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How Schools of Opportunity Illustrate Learning Research

BOULDER, CO (March 26, 2023)—Academic research has long pointed to the benefits of practices such as detracking and culturally sustaining teaching that add challenges, supports, and relevance to students’ learning experiences. But educators and school leaders crave concrete examples of these reforms, to illustrate how to move forward in their schools.

The National Education Policy Center’s Schools of Opportunity Project recognized schools that close opportunity gaps for students by adopting these and other research-based approaches. After the project went into hiatus at the outset of the COVID-19 pandemic in 2020, the lessons from the program were collected into a book, Schools of Opportunity: 10 Research-Based Models of Equity in Action. Each of the book’s chapters focuses on one of the criteria used to select Schools of Opportunity honorees.

In a policy memo released today by NEPC, How the Practices of Schools of Opportunity Illustrate Recent Research on Learning, Adam York and Kate Somerville of the University of Colorado Boulder share examples of schools excelling in two of the key criteria of the project, to demonstrate the positive connections between those school practices and recent research on human learning.

One of these criteria involves the restrictive impact of tracking on school culture, and the need to create a supportive learning culture by closely examining and revising practices that may have been long-standing in tracked courses. The other criterion focuses on the benefits that emerge from developing a challenging, culturally relevant curriculum.

The new policy memo shows how school leaders and policymakers can look to recognized Schools of Opportunity as guides for how to proactively reframe learning goals and outcome measures. Rather than approaching student needs with a singular remedy, these schools recognize the need to blend overlapping supports to allow for the greatest learning potential. The need to support students holistically is also a key lesson from recent research on learning and human development. York and Somerville conclude with a discussion of the implications of their analysis for education policy.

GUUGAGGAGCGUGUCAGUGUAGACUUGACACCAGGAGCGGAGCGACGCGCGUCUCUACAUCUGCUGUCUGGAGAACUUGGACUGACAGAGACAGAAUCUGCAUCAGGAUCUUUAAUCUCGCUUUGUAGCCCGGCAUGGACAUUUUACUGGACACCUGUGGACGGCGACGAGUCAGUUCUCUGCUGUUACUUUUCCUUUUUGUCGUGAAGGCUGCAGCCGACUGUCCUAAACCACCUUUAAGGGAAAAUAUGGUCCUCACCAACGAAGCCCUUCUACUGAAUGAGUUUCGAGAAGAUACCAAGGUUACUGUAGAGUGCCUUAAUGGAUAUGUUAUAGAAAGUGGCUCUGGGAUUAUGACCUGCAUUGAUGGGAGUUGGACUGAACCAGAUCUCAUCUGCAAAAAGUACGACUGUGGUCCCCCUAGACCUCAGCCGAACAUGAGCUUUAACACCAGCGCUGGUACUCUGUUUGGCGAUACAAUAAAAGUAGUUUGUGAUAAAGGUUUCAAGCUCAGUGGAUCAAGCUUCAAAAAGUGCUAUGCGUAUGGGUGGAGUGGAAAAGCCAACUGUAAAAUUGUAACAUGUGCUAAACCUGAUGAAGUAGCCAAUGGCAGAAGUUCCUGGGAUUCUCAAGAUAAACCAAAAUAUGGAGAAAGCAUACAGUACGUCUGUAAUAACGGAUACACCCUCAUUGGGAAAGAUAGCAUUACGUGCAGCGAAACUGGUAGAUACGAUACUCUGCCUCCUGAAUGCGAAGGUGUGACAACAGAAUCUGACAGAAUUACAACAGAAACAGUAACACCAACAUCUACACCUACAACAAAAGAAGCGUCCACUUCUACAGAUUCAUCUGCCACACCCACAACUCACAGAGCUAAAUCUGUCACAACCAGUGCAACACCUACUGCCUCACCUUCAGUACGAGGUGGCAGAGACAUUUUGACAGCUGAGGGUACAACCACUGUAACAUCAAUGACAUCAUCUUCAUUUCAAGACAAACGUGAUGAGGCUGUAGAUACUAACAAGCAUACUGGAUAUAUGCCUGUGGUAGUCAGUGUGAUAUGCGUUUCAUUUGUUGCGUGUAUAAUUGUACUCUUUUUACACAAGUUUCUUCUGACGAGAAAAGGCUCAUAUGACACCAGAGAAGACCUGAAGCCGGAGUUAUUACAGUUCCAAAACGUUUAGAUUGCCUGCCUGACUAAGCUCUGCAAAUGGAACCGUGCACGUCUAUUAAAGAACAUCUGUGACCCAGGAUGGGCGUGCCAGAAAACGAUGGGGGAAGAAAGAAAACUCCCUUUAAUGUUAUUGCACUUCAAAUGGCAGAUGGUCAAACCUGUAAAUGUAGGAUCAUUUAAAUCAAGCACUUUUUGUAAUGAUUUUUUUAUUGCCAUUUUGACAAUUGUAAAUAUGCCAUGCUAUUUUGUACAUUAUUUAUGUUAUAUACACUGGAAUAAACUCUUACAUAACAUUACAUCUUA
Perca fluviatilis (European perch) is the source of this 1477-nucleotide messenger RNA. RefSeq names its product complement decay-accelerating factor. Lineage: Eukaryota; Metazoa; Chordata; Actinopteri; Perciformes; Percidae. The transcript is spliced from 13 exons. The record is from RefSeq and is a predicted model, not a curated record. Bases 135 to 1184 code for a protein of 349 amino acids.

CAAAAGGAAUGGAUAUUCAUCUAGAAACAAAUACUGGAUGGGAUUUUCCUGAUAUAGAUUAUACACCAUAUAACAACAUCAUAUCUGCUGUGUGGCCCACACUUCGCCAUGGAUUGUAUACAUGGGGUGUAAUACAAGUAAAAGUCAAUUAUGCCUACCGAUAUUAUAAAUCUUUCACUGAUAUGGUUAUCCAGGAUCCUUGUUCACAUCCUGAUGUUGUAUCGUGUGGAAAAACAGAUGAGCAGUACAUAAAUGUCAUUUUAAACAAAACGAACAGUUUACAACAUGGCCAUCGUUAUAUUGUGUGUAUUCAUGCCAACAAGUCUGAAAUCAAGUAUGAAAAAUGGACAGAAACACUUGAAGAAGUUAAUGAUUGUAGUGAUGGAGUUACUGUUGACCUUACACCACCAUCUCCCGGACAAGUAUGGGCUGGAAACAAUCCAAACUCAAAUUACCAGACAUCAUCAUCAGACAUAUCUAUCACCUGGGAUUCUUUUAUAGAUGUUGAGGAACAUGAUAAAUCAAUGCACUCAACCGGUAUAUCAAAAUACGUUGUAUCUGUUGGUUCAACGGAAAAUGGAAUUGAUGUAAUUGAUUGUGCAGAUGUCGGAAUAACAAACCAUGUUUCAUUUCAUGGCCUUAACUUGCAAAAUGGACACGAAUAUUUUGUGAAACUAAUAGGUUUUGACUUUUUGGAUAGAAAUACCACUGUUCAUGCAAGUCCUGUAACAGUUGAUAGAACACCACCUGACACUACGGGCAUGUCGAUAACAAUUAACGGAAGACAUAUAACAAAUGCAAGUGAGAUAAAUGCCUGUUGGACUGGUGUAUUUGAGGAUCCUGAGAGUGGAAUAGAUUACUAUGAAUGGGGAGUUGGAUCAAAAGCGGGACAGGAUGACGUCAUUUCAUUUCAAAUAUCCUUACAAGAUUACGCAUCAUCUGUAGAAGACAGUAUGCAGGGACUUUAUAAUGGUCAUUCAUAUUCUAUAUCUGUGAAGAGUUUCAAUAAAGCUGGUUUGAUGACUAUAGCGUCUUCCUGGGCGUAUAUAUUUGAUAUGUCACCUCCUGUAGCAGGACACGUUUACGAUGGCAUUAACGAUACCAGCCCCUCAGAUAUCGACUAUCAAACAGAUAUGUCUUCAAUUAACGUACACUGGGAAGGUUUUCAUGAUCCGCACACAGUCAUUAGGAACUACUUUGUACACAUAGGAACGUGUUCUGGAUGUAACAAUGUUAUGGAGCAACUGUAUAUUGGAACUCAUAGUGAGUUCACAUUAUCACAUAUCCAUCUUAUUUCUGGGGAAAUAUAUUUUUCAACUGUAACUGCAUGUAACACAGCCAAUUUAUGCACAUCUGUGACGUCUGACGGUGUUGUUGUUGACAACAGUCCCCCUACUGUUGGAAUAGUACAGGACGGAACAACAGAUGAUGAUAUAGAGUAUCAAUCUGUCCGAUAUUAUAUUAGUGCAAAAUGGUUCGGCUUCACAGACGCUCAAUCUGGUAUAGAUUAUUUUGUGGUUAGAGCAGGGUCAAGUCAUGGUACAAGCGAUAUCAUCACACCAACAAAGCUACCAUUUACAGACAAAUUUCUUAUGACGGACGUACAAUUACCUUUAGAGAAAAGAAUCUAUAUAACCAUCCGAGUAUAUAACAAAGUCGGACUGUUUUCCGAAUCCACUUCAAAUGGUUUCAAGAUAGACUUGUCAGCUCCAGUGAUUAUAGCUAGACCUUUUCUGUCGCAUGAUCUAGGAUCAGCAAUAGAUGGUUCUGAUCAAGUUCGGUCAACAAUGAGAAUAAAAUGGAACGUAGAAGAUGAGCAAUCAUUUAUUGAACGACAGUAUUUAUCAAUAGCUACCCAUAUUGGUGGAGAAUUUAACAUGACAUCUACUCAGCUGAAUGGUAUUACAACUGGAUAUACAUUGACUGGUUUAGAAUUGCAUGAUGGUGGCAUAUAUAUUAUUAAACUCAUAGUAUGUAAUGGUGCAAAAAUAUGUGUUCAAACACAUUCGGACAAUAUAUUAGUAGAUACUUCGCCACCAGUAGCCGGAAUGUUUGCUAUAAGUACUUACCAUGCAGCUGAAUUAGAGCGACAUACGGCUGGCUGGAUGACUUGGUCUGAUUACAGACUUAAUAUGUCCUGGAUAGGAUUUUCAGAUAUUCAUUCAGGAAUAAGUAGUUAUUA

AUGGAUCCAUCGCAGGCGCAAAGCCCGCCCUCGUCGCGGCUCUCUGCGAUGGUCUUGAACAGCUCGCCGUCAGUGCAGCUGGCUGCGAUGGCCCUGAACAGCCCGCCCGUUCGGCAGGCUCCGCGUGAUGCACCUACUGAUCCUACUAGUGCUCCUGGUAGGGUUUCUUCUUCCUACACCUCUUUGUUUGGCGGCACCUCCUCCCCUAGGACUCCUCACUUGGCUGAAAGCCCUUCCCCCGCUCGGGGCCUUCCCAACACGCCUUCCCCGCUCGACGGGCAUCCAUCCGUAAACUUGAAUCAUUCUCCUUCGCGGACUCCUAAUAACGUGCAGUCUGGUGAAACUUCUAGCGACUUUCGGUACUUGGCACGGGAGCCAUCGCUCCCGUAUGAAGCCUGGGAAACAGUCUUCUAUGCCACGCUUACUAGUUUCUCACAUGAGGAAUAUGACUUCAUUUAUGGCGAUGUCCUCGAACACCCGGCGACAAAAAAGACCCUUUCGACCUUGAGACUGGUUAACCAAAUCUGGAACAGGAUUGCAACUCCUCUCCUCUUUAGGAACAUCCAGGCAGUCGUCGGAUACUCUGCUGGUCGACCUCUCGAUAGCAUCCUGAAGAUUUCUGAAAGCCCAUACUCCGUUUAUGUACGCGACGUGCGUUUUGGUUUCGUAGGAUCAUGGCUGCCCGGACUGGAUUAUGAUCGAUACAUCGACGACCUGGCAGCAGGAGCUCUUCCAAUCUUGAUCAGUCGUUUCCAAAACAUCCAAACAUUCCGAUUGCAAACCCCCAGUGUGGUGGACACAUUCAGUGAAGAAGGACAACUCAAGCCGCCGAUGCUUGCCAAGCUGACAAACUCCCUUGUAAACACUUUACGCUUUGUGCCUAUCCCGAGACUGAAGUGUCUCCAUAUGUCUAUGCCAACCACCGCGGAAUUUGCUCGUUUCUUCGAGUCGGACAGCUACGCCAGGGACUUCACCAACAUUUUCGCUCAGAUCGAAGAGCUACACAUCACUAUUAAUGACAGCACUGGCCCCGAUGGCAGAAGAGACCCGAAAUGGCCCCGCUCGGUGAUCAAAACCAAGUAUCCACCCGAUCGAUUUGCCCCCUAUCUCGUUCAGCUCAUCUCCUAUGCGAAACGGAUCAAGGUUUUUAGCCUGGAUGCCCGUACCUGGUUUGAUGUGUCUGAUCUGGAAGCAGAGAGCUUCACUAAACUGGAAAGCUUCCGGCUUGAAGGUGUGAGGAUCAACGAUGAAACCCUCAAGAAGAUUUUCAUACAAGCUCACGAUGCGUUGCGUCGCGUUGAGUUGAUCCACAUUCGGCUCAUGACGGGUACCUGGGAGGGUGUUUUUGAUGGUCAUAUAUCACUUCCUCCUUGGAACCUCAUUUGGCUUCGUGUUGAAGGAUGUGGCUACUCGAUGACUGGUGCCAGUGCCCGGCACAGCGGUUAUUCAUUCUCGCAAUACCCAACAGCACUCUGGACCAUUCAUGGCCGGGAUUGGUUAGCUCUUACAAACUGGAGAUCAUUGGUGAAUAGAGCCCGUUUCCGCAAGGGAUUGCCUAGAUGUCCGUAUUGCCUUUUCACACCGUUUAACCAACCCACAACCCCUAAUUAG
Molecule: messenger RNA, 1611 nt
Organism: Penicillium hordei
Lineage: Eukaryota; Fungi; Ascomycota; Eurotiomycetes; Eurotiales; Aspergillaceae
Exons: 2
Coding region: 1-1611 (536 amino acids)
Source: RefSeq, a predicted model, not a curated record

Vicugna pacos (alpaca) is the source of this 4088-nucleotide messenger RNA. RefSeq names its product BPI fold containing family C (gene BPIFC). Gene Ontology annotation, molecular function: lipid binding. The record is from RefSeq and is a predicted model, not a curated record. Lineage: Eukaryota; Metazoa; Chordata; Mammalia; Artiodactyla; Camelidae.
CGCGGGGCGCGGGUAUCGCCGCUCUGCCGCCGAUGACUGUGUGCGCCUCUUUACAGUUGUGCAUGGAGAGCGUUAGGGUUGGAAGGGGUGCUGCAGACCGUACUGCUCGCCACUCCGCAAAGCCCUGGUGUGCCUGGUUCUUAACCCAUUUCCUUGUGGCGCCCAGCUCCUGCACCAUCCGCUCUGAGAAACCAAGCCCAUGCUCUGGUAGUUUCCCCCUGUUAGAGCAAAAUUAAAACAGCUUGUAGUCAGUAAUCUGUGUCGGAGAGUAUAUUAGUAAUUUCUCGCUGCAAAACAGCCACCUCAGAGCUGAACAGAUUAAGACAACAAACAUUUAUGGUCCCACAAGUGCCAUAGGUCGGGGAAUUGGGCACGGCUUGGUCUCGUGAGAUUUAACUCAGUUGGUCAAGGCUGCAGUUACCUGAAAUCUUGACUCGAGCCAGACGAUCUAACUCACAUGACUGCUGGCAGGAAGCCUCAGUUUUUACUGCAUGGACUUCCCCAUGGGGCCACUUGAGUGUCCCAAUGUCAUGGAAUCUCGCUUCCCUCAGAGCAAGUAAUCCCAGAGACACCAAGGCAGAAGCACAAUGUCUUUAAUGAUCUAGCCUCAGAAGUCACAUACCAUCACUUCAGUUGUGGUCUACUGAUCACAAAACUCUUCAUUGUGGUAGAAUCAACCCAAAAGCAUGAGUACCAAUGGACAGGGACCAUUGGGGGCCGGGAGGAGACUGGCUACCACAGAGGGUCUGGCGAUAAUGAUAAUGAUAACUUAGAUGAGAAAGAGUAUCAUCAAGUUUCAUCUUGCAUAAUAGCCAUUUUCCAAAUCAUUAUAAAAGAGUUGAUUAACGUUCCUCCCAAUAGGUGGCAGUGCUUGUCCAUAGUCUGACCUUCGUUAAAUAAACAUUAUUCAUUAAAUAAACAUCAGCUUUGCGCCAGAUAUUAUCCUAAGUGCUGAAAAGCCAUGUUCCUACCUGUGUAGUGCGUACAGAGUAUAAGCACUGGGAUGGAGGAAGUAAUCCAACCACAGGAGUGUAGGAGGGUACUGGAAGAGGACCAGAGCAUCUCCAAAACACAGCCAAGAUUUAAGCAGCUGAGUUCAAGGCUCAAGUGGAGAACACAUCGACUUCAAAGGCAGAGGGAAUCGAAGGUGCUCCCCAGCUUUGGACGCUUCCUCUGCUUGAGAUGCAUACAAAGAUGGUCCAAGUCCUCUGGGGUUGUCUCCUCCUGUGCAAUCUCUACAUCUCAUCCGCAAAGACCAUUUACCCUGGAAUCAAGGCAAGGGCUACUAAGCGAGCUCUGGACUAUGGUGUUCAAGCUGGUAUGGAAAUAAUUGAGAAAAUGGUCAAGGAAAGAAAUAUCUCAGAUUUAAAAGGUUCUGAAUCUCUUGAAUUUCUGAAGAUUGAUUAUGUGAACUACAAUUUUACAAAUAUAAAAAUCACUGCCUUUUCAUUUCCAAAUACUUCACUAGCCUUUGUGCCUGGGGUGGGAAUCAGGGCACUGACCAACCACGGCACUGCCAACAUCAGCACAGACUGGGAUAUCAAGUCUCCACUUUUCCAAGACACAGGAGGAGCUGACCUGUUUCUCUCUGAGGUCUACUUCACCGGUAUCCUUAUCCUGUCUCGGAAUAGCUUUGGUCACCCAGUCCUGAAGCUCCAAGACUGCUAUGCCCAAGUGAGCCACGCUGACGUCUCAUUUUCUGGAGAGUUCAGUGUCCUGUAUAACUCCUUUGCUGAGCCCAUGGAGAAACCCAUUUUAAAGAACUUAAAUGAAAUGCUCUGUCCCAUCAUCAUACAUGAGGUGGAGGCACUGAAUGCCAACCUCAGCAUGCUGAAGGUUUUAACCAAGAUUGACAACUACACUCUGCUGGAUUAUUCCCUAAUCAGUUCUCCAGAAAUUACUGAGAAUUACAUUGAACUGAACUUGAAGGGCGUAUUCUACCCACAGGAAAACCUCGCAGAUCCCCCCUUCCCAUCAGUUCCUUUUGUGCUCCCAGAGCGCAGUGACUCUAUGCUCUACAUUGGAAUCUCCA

Find How the Practices of Schools of Opportunity Illustrate Recent Research on Learning, by Adam York and Kate Somerville, at:


This policy memo was made possible in part by funding from the Stuart Foundation (

The National Education Policy Center (NEPC), a university research center housed at the University of Colorado Boulder School of Education, sponsors research, produces policy briefs, and publishes expert third-party reviews of think tank reports. NEPC publications are written in accessible language and are intended for a broad audience that includes academic experts, policymakers, the media, and the general public. Our mission is to provide high-quality information in support of democratic deliberation about education policy. We are guided by the belief that the democratic governance of public education is strengthened when policies are based on sound evidence and support a multiracial society that is inclusive, kind, and just. Visit us at: